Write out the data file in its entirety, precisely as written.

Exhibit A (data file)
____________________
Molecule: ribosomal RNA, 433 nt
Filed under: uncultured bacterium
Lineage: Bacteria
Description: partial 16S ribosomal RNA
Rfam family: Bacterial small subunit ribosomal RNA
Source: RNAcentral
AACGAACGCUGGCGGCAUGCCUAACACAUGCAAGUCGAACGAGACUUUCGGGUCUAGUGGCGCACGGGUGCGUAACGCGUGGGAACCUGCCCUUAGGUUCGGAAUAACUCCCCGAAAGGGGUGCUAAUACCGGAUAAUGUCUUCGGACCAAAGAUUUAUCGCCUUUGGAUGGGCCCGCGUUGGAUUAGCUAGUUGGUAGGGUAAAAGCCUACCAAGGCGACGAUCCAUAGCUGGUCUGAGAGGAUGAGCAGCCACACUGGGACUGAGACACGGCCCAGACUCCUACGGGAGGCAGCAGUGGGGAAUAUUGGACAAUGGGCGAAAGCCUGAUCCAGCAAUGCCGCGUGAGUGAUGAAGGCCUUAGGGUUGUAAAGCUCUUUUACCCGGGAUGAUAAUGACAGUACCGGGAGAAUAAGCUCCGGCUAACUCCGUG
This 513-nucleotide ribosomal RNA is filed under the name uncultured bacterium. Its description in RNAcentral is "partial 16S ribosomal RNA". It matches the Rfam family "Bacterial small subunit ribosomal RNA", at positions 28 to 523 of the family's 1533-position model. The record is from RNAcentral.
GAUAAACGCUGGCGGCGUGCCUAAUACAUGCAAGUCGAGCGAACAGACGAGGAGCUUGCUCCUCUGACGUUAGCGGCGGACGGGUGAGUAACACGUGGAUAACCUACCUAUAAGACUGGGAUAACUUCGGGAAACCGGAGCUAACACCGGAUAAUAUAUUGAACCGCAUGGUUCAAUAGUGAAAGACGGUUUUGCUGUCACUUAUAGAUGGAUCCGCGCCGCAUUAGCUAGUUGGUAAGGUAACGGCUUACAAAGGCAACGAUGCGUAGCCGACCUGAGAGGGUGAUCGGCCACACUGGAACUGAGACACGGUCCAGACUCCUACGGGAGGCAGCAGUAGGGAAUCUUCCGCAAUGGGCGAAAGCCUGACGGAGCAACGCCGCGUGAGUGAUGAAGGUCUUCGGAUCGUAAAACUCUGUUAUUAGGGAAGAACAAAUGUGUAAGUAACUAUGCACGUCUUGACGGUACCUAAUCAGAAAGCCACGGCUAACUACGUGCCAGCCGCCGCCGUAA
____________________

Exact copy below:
Molecule: ribosomal RNA, 433 nt
Filed under: uncultured bacterium
Lineage: Bacteria
Description: partial 16S ribosomal RNA
Rfam family: Bacterial small subunit ribosomal RNA
Source: RNAcentral
AACGAACGCUGGCGGCAUGCCUAACACAUGCAAGUCGAACGAGACUUUCGGGUCUAGUGGCGCACGGGUGCGUAACGCGUGGGAACCUGCCCUUAGGUUCGGAAUAACUCCCCGAAAGGGGUGCUAAUACCGGAUAAUGUCUUCGGACCAAAGAUUUAUCGCCUUUGGAUGGGCCCGCGUUGGAUUAGCUAGUUGGUAGGGUAAAAGCCUACCAAGGCGACGAUCCAUAGCUGGUCUGAGAGGAUGAGCAGCCACACUGGGACUGAGACACGGCCCAGACUCCUACGGGAGGCAGCAGUGGGGAAUAUUGGACAAUGGGCGAAAGCCUGAUCCAGCAAUGCCGCGUGAGUGAUGAAGGCCUUAGGGUUGUAAAGCUCUUUUACCCGGGAUGAUAAUGACAGUACCGGGAGAAUAAGCUCCGGCUAACUCCGUG
This 513-nucleotide ribosomal RNA is filed under the name uncultured bacterium. Its description in RNAcentral is "partial 16S ribosomal RNA". It matches the Rfam family "Bacterial small subunit ribosomal RNA", at positions 28 to 523 of the family's 1533-position model. The record is from RNAcentral.
GAUAAACGCUGGCGGCGUGCCUAAUACAUGCAAGUCGAGCGAACAGACGAGGAGCUUGCUCCUCUGACGUUAGCGGCGGACGGGUGAGUAACACGUGGAUAACCUACCUAUAAGACUGGGAUAACUUCGGGAAACCGGAGCUAACACCGGAUAAUAUAUUGAACCGCAUGGUUCAAUAGUGAAAGACGGUUUUGCUGUCACUUAUAGAUGGAUCCGCGCCGCAUUAGCUAGUUGGUAAGGUAACGGCUUACAAAGGCAACGAUGCGUAGCCGACCUGAGAGGGUGAUCGGCCACACUGGAACUGAGACACGGUCCAGACUCCUACGGGAGGCAGCAGUAGGGAAUCUUCCGCAAUGGGCGAAAGCCUGACGGAGCAACGCCGCGUGAGUGAUGAAGGUCUUCGGAUCGUAAAACUCUGUUAUUAGGGAAGAACAAAUGUGUAAGUAACUAUGCACGUCUUGACGGUACCUAAUCAGAAAGCCACGGCUAACUACGUGCCAGCCGCCGCCGUAA